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The “Islamic State” (IS) as Proponent of Neo-ahl ḥadīth Manhaj on Gender Related Issues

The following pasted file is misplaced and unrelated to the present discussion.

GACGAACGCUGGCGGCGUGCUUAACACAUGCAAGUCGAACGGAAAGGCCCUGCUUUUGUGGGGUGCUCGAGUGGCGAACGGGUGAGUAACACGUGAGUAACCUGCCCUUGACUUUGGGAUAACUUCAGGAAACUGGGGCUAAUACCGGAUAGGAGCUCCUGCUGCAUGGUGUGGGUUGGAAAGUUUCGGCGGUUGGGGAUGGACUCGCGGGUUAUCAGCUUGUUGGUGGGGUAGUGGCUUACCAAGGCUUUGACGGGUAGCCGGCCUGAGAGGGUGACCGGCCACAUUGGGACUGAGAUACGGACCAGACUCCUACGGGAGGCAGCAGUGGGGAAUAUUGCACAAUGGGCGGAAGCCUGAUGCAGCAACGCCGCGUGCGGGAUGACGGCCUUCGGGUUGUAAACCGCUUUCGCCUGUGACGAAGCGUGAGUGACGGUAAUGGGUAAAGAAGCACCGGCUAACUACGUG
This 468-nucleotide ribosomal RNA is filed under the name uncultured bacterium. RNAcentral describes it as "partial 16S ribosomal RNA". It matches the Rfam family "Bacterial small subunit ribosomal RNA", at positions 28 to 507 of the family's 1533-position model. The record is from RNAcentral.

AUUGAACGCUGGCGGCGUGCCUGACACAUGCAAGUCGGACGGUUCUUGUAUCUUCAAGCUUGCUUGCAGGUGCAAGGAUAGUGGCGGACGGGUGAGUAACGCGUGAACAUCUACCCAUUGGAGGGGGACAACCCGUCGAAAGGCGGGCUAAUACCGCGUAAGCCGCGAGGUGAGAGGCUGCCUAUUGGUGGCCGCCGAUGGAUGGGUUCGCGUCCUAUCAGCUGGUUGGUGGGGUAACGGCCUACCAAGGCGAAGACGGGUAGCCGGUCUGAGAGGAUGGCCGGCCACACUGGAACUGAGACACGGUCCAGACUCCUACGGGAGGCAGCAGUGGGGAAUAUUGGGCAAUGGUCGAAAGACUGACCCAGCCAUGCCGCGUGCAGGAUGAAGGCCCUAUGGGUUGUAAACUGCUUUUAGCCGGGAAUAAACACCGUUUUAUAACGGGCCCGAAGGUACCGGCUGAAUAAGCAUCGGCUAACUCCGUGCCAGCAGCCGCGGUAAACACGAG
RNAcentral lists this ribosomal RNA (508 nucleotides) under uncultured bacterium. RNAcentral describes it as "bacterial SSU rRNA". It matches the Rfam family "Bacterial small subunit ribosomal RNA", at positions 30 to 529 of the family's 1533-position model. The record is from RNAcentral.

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It is the aim of this article to examine several gender related practices considered religiously normative by the IS and deconstruct the religious justifications behind them. In the analysis I include the practices pertaining to the all-pervasive nature of gender segregation, obligatory nature of the face-veil (niqāb) and the institution of concubinage through means of enslavement of ‘pagan’ female war captives. In this context I will argue that from interpretational methodology point of view, the IS’ stance on gender under discussion are identical with the neo-ahl ḥadīth approach to interpretation (manhāj) of the Qurʾān and Sunna as advocated by major contemporary Saudi Arabian scholars such as Al-Albānī (d. 1999), A. Bin Bāz (d. 1999), M. Al-ʿUthaymīn (d. 2001), Ṣ. al-Fawzān (b. 1933), M. Ṣ. Al-Munajjid (b. 1960), Ibn Jibrīn (d. 2014) and H.R. Al-Madhkhalī (b. 1931). I also briefly note that in many ways the broader Sunnī traditionalist approach as exemplified in “Open-letter to Baghdādī Document” which aims to refute IS interpretation of the normative texts, shares many hermeneutically critical presuppositions, and therefor legal determinations, with that of the neo-ahl ḥadīth in relation to the gender issues under discussion.

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